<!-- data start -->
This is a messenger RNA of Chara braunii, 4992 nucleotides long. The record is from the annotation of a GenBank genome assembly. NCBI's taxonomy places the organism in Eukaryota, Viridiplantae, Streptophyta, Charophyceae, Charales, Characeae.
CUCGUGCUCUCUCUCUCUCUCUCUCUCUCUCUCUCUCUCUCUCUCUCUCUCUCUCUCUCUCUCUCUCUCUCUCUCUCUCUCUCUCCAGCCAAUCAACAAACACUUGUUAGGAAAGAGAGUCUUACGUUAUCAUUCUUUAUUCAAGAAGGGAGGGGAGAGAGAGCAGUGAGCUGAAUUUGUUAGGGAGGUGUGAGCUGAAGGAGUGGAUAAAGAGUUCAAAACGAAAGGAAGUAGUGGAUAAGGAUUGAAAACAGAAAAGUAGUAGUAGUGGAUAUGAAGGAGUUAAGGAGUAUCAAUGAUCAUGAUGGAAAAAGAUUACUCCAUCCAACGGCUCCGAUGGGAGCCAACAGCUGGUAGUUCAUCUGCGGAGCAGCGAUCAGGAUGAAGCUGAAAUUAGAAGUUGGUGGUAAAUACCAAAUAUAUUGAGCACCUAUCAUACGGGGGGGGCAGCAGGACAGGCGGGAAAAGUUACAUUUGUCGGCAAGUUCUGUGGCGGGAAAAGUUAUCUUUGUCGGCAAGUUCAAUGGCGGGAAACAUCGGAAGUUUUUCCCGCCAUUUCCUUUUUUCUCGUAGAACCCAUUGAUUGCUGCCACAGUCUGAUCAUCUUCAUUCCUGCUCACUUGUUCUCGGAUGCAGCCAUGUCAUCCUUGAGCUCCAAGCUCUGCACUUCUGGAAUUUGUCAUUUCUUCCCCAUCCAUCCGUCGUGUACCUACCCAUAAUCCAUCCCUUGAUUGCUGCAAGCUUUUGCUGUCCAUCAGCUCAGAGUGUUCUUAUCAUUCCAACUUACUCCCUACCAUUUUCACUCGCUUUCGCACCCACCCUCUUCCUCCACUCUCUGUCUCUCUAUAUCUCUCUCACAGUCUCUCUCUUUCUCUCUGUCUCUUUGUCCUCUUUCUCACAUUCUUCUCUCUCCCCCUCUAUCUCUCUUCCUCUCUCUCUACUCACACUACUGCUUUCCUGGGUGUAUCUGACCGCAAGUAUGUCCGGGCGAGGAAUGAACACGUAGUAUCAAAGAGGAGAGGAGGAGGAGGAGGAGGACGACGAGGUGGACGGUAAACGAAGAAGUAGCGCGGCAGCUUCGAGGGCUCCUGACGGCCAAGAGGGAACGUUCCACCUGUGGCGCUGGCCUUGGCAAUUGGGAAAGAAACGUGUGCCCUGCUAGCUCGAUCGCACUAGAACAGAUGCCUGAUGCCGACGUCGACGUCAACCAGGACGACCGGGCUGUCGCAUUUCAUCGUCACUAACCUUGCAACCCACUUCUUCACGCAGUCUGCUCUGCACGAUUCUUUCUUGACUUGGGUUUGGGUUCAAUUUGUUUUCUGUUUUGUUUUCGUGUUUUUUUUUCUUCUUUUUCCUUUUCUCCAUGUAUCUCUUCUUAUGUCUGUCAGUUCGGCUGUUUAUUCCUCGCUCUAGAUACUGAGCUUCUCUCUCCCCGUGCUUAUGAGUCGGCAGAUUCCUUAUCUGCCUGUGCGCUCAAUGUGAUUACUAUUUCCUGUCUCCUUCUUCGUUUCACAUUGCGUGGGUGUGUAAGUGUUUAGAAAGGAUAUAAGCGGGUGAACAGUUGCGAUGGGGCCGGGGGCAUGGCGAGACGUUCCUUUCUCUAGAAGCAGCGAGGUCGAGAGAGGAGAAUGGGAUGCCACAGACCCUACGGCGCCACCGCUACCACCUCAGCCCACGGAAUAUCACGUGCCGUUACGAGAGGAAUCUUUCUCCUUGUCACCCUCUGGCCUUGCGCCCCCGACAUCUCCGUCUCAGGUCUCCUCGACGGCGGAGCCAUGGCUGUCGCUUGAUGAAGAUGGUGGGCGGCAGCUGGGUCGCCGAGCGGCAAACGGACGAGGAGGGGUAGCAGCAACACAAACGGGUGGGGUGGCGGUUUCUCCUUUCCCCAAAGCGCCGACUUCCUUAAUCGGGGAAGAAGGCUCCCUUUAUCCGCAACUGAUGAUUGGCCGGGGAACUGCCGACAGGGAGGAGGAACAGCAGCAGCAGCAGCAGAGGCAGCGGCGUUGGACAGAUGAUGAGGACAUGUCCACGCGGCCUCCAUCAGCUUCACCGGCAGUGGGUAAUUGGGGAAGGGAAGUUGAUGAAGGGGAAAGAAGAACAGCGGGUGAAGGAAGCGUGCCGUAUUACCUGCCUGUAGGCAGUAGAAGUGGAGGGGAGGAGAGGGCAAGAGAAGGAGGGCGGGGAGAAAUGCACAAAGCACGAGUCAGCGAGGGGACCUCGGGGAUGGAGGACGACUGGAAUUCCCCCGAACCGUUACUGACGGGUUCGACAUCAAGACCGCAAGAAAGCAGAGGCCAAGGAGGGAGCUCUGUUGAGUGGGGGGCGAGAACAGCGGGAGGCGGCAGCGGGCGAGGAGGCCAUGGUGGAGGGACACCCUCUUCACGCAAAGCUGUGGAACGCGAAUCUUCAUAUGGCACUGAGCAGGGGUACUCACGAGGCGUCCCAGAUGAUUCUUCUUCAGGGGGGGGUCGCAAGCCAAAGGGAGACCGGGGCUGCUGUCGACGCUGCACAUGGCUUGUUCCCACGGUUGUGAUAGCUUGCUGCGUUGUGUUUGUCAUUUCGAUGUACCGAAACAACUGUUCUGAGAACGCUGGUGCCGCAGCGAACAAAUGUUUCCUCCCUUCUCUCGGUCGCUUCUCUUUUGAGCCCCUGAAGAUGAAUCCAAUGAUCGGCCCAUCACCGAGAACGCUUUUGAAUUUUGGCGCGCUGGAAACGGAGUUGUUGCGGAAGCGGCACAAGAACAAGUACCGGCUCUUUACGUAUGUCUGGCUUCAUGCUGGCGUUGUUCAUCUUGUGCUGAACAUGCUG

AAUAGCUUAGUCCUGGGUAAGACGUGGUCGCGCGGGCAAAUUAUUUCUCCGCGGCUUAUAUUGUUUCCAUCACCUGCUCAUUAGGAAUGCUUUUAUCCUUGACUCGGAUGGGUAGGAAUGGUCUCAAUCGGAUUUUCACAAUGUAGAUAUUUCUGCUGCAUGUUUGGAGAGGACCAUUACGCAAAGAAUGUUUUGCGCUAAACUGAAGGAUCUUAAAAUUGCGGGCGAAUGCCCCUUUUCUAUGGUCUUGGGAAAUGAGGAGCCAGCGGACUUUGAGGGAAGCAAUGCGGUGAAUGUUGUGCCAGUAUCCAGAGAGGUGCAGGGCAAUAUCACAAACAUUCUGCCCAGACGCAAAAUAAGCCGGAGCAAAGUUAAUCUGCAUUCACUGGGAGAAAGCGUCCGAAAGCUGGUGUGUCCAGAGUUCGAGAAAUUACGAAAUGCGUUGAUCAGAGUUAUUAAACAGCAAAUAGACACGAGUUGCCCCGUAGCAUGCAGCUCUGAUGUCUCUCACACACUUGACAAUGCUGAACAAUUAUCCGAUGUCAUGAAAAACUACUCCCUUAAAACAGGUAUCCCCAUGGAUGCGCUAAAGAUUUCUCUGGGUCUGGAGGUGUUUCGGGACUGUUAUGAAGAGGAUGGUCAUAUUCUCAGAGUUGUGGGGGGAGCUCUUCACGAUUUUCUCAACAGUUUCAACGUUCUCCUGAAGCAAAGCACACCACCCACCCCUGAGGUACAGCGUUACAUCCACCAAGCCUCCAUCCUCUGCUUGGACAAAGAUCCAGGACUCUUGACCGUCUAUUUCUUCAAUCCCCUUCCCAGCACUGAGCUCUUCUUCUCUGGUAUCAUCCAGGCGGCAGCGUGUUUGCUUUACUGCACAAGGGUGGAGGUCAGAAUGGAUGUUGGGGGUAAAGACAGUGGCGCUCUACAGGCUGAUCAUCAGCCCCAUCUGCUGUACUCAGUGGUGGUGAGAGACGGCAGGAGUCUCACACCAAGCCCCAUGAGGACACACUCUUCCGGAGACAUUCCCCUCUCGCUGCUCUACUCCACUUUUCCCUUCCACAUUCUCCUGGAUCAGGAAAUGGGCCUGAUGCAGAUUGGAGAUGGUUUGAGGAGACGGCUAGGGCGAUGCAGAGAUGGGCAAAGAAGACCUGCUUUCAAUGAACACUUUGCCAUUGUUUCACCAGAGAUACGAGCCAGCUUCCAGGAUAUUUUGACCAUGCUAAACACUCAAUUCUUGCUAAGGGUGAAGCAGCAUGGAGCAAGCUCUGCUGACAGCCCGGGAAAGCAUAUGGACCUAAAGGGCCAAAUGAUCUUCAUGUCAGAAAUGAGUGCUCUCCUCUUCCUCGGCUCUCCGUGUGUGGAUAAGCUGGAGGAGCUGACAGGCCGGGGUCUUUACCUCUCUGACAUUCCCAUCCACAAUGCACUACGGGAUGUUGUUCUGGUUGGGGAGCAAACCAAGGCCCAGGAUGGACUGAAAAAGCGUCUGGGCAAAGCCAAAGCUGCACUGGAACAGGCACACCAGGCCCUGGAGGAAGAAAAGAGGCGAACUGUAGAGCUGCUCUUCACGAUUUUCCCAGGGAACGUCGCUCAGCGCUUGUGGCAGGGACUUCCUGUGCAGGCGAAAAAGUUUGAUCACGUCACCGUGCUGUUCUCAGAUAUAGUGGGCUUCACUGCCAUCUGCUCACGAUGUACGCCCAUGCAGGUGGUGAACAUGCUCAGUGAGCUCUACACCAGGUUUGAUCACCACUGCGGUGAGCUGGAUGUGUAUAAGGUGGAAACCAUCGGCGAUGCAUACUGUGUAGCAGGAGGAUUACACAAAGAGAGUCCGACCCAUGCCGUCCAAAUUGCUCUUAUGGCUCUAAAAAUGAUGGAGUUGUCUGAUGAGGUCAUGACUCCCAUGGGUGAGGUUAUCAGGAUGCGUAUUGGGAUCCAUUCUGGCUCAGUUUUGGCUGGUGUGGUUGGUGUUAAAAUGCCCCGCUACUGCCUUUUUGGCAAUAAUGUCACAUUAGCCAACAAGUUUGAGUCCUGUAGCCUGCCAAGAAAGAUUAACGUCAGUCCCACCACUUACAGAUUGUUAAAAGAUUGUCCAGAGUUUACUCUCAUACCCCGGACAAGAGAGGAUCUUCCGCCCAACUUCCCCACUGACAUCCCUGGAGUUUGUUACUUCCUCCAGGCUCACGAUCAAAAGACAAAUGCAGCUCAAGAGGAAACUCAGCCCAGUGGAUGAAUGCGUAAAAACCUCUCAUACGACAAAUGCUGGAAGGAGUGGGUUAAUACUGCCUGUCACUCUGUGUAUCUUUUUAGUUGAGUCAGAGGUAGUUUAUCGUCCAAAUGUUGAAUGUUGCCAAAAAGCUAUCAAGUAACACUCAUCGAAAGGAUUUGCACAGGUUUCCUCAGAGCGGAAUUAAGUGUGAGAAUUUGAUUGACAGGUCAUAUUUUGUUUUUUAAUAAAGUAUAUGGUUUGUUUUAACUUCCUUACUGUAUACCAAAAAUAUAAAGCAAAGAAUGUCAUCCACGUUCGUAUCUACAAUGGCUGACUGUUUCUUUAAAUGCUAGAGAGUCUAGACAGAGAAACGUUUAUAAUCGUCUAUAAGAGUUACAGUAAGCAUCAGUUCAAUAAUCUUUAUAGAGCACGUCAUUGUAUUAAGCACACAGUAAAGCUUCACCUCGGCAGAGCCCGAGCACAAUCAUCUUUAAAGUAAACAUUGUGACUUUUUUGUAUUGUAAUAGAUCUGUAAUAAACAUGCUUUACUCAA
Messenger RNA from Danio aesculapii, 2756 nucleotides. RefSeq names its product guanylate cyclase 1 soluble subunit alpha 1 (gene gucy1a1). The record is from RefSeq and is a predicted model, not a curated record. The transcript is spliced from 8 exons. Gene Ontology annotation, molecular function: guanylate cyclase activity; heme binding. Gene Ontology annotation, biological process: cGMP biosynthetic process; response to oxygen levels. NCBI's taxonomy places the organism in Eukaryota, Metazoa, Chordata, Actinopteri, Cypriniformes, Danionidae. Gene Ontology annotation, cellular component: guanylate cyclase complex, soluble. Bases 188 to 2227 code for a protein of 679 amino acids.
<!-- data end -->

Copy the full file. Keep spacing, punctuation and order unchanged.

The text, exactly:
This is a messenger RNA of Chara braunii, 4992 nucleotides long. The record is from the annotation of a GenBank genome assembly. NCBI's taxonomy places the organism in Eukaryota, Viridiplantae, Streptophyta, Charophyceae, Charales, Characeae.
CUCGUGCUCUCUCUCUCUCUCUCUCUCUCUCUCUCUCUCUCUCUCUCUCUCUCUCUCUCUCUCUCUCUCUCUCUCUCUCUCUCUCCAGCCAAUCAACAAACACUUGUUAGGAAAGAGAGUCUUACGUUAUCAUUCUUUAUUCAAGAAGGGAGGGGAGAGAGAGCAGUGAGCUGAAUUUGUUAGGGAGGUGUGAGCUGAAGGAGUGGAUAAAGAGUUCAAAACGAAAGGAAGUAGUGGAUAAGGAUUGAAAACAGAAAAGUAGUAGUAGUGGAUAUGAAGGAGUUAAGGAGUAUCAAUGAUCAUGAUGGAAAAAGAUUACUCCAUCCAACGGCUCCGAUGGGAGCCAACAGCUGGUAGUUCAUCUGCGGAGCAGCGAUCAGGAUGAAGCUGAAAUUAGAAGUUGGUGGUAAAUACCAAAUAUAUUGAGCACCUAUCAUACGGGGGGGGCAGCAGGACAGGCGGGAAAAGUUACAUUUGUCGGCAAGUUCUGUGGCGGGAAAAGUUAUCUUUGUCGGCAAGUUCAAUGGCGGGAAACAUCGGAAGUUUUUCCCGCCAUUUCCUUUUUUCUCGUAGAACCCAUUGAUUGCUGCCACAGUCUGAUCAUCUUCAUUCCUGCUCACUUGUUCUCGGAUGCAGCCAUGUCAUCCUUGAGCUCCAAGCUCUGCACUUCUGGAAUUUGUCAUUUCUUCCCCAUCCAUCCGUCGUGUACCUACCCAUAAUCCAUCCCUUGAUUGCUGCAAGCUUUUGCUGUCCAUCAGCUCAGAGUGUUCUUAUCAUUCCAACUUACUCCCUACCAUUUUCACUCGCUUUCGCACCCACCCUCUUCCUCCACUCUCUGUCUCUCUAUAUCUCUCUCACAGUCUCUCUCUUUCUCUCUGUCUCUUUGUCCUCUUUCUCACAUUCUUCUCUCUCCCCCUCUAUCUCUCUUCCUCUCUCUCUACUCACACUACUGCUUUCCUGGGUGUAUCUGACCGCAAGUAUGUCCGGGCGAGGAAUGAACACGUAGUAUCAAAGAGGAGAGGAGGAGGAGGAGGAGGACGACGAGGUGGACGGUAAACGAAGAAGUAGCGCGGCAGCUUCGAGGGCUCCUGACGGCCAAGAGGGAACGUUCCACCUGUGGCGCUGGCCUUGGCAAUUGGGAAAGAAACGUGUGCCCUGCUAGCUCGAUCGCACUAGAACAGAUGCCUGAUGCCGACGUCGACGUCAACCAGGACGACCGGGCUGUCGCAUUUCAUCGUCACUAACCUUGCAACCCACUUCUUCACGCAGUCUGCUCUGCACGAUUCUUUCUUGACUUGGGUUUGGGUUCAAUUUGUUUUCUGUUUUGUUUUCGUGUUUUUUUUUCUUCUUUUUCCUUUUCUCCAUGUAUCUCUUCUUAUGUCUGUCAGUUCGGCUGUUUAUUCCUCGCUCUAGAUACUGAGCUUCUCUCUCCCCGUGCUUAUGAGUCGGCAGAUUCCUUAUCUGCCUGUGCGCUCAAUGUGAUUACUAUUUCCUGUCUCCUUCUUCGUUUCACAUUGCGUGGGUGUGUAAGUGUUUAGAAAGGAUAUAAGCGGGUGAACAGUUGCGAUGGGGCCGGGGGCAUGGCGAGACGUUCCUUUCUCUAGAAGCAGCGAGGUCGAGAGAGGAGAAUGGGAUGCCACAGACCCUACGGCGCCACCGCUACCACCUCAGCCCACGGAAUAUCACGUGCCGUUACGAGAGGAAUCUUUCUCCUUGUCACCCUCUGGCCUUGCGCCCCCGACAUCUCCGUCUCAGGUCUCCUCGACGGCGGAGCCAUGGCUGUCGCUUGAUGAAGAUGGUGGGCGGCAGCUGGGUCGCCGAGCGGCAAACGGACGAGGAGGGGUAGCAGCAACACAAACGGGUGGGGUGGCGGUUUCUCCUUUCCCCAAAGCGCCGACUUCCUUAAUCGGGGAAGAAGGCUCCCUUUAUCCGCAACUGAUGAUUGGCCGGGGAACUGCCGACAGGGAGGAGGAACAGCAGCAGCAGCAGCAGAGGCAGCGGCGUUGGACAGAUGAUGAGGACAUGUCCACGCGGCCUCCAUCAGCUUCACCGGCAGUGGGUAAUUGGGGAAGGGAAGUUGAUGAAGGGGAAAGAAGAACAGCGGGUGAAGGAAGCGUGCCGUAUUACCUGCCUGUAGGCAGUAGAAGUGGAGGGGAGGAGAGGGCAAGAGAAGGAGGGCGGGGAGAAAUGCACAAAGCACGAGUCAGCGAGGGGACCUCGGGGAUGGAGGACGACUGGAAUUCCCCCGAACCGUUACUGACGGGUUCGACAUCAAGACCGCAAGAAAGCAGAGGCCAAGGAGGGAGCUCUGUUGAGUGGGGGGCGAGAACAGCGGGAGGCGGCAGCGGGCGAGGAGGCCAUGGUGGAGGGACACCCUCUUCACGCAAAGCUGUGGAACGCGAAUCUUCAUAUGGCACUGAGCAGGGGUACUCACGAGGCGUCCCAGAUGAUUCUUCUUCAGGGGGGGGUCGCAAGCCAAAGGGAGACCGGGGCUGCUGUCGACGCUGCACAUGGCUUGUUCCCACGGUUGUGAUAGCUUGCUGCGUUGUGUUUGUCAUUUCGAUGUACCGAAACAACUGUUCUGAGAACGCUGGUGCCGCAGCGAACAAAUGUUUCCUCCCUUCUCUCGGUCGCUUCUCUUUUGAGCCCCUGAAGAUGAAUCCAAUGAUCGGCCCAUCACCGAGAACGCUUUUGAAUUUUGGCGCGCUGGAAACGGAGUUGUUGCGGAAGCGGCACAAGAACAAGUACCGGCUCUUUACGUAUGUCUGGCUUCAUGCUGGCGUUGUUCAUCUUGUGCUGAACAUGCUG

AAUAGCUUAGUCCUGGGUAAGACGUGGUCGCGCGGGCAAAUUAUUUCUCCGCGGCUUAUAUUGUUUCCAUCACCUGCUCAUUAGGAAUGCUUUUAUCCUUGACUCGGAUGGGUAGGAAUGGUCUCAAUCGGAUUUUCACAAUGUAGAUAUUUCUGCUGCAUGUUUGGAGAGGACCAUUACGCAAAGAAUGUUUUGCGCUAAACUGAAGGAUCUUAAAAUUGCGGGCGAAUGCCCCUUUUCUAUGGUCUUGGGAAAUGAGGAGCCAGCGGACUUUGAGGGAAGCAAUGCGGUGAAUGUUGUGCCAGUAUCCAGAGAGGUGCAGGGCAAUAUCACAAACAUUCUGCCCAGACGCAAAAUAAGCCGGAGCAAAGUUAAUCUGCAUUCACUGGGAGAAAGCGUCCGAAAGCUGGUGUGUCCAGAGUUCGAGAAAUUACGAAAUGCGUUGAUCAGAGUUAUUAAACAGCAAAUAGACACGAGUUGCCCCGUAGCAUGCAGCUCUGAUGUCUCUCACACACUUGACAAUGCUGAACAAUUAUCCGAUGUCAUGAAAAACUACUCCCUUAAAACAGGUAUCCCCAUGGAUGCGCUAAAGAUUUCUCUGGGUCUGGAGGUGUUUCGGGACUGUUAUGAAGAGGAUGGUCAUAUUCUCAGAGUUGUGGGGGGAGCUCUUCACGAUUUUCUCAACAGUUUCAACGUUCUCCUGAAGCAAAGCACACCACCCACCCCUGAGGUACAGCGUUACAUCCACCAAGCCUCCAUCCUCUGCUUGGACAAAGAUCCAGGACUCUUGACCGUCUAUUUCUUCAAUCCCCUUCCCAGCACUGAGCUCUUCUUCUCUGGUAUCAUCCAGGCGGCAGCGUGUUUGCUUUACUGCACAAGGGUGGAGGUCAGAAUGGAUGUUGGGGGUAAAGACAGUGGCGCUCUACAGGCUGAUCAUCAGCCCCAUCUGCUGUACUCAGUGGUGGUGAGAGACGGCAGGAGUCUCACACCAAGCCCCAUGAGGACACACUCUUCCGGAGACAUUCCCCUCUCGCUGCUCUACUCCACUUUUCCCUUCCACAUUCUCCUGGAUCAGGAAAUGGGCCUGAUGCAGAUUGGAGAUGGUUUGAGGAGACGGCUAGGGCGAUGCAGAGAUGGGCAAAGAAGACCUGCUUUCAAUGAACACUUUGCCAUUGUUUCACCAGAGAUACGAGCCAGCUUCCAGGAUAUUUUGACCAUGCUAAACACUCAAUUCUUGCUAAGGGUGAAGCAGCAUGGAGCAAGCUCUGCUGACAGCCCGGGAAAGCAUAUGGACCUAAAGGGCCAAAUGAUCUUCAUGUCAGAAAUGAGUGCUCUCCUCUUCCUCGGCUCUCCGUGUGUGGAUAAGCUGGAGGAGCUGACAGGCCGGGGUCUUUACCUCUCUGACAUUCCCAUCCACAAUGCACUACGGGAUGUUGUUCUGGUUGGGGAGCAAACCAAGGCCCAGGAUGGACUGAAAAAGCGUCUGGGCAAAGCCAAAGCUGCACUGGAACAGGCACACCAGGCCCUGGAGGAAGAAAAGAGGCGAACUGUAGAGCUGCUCUUCACGAUUUUCCCAGGGAACGUCGCUCAGCGCUUGUGGCAGGGACUUCCUGUGCAGGCGAAAAAGUUUGAUCACGUCACCGUGCUGUUCUCAGAUAUAGUGGGCUUCACUGCCAUCUGCUCACGAUGUACGCCCAUGCAGGUGGUGAACAUGCUCAGUGAGCUCUACACCAGGUUUGAUCACCACUGCGGUGAGCUGGAUGUGUAUAAGGUGGAAACCAUCGGCGAUGCAUACUGUGUAGCAGGAGGAUUACACAAAGAGAGUCCGACCCAUGCCGUCCAAAUUGCUCUUAUGGCUCUAAAAAUGAUGGAGUUGUCUGAUGAGGUCAUGACUCCCAUGGGUGAGGUUAUCAGGAUGCGUAUUGGGAUCCAUUCUGGCUCAGUUUUGGCUGGUGUGGUUGGUGUUAAAAUGCCCCGCUACUGCCUUUUUGGCAAUAAUGUCACAUUAGCCAACAAGUUUGAGUCCUGUAGCCUGCCAAGAAAGAUUAACGUCAGUCCCACCACUUACAGAUUGUUAAAAGAUUGUCCAGAGUUUACUCUCAUACCCCGGACAAGAGAGGAUCUUCCGCCCAACUUCCCCACUGACAUCCCUGGAGUUUGUUACUUCCUCCAGGCUCACGAUCAAAAGACAAAUGCAGCUCAAGAGGAAACUCAGCCCAGUGGAUGAAUGCGUAAAAACCUCUCAUACGACAAAUGCUGGAAGGAGUGGGUUAAUACUGCCUGUCACUCUGUGUAUCUUUUUAGUUGAGUCAGAGGUAGUUUAUCGUCCAAAUGUUGAAUGUUGCCAAAAAGCUAUCAAGUAACACUCAUCGAAAGGAUUUGCACAGGUUUCCUCAGAGCGGAAUUAAGUGUGAGAAUUUGAUUGACAGGUCAUAUUUUGUUUUUUAAUAAAGUAUAUGGUUUGUUUUAACUUCCUUACUGUAUACCAAAAAUAUAAAGCAAAGAAUGUCAUCCACGUUCGUAUCUACAAUGGCUGACUGUUUCUUUAAAUGCUAGAGAGUCUAGACAGAGAAACGUUUAUAAUCGUCUAUAAGAGUUACAGUAAGCAUCAGUUCAAUAAUCUUUAUAGAGCACGUCAUUGUAUUAAGCACACAGUAAAGCUUCACCUCGGCAGAGCCCGAGCACAAUCAUCUUUAAAGUAAACAUUGUGACUUUUUUGUAUUGUAAUAGAUCUGUAAUAAACAUGCUUUACUCAA
Messenger RNA from Danio aesculapii, 2756 nucleotides. RefSeq names its product guanylate cyclase 1 soluble subunit alpha 1 (gene gucy1a1). The record is from RefSeq and is a predicted model, not a curated record. The transcript is spliced from 8 exons. Gene Ontology annotation, molecular function: guanylate cyclase activity; heme binding. Gene Ontology annotation, biological process: cGMP biosynthetic process; response to oxygen levels. NCBI's taxonomy places the organism in Eukaryota, Metazoa, Chordata, Actinopteri, Cypriniformes, Danionidae. Gene Ontology annotation, cellular component: guanylate cyclase complex, soluble. Bases 188 to 2227 code for a protein of 679 amino acids.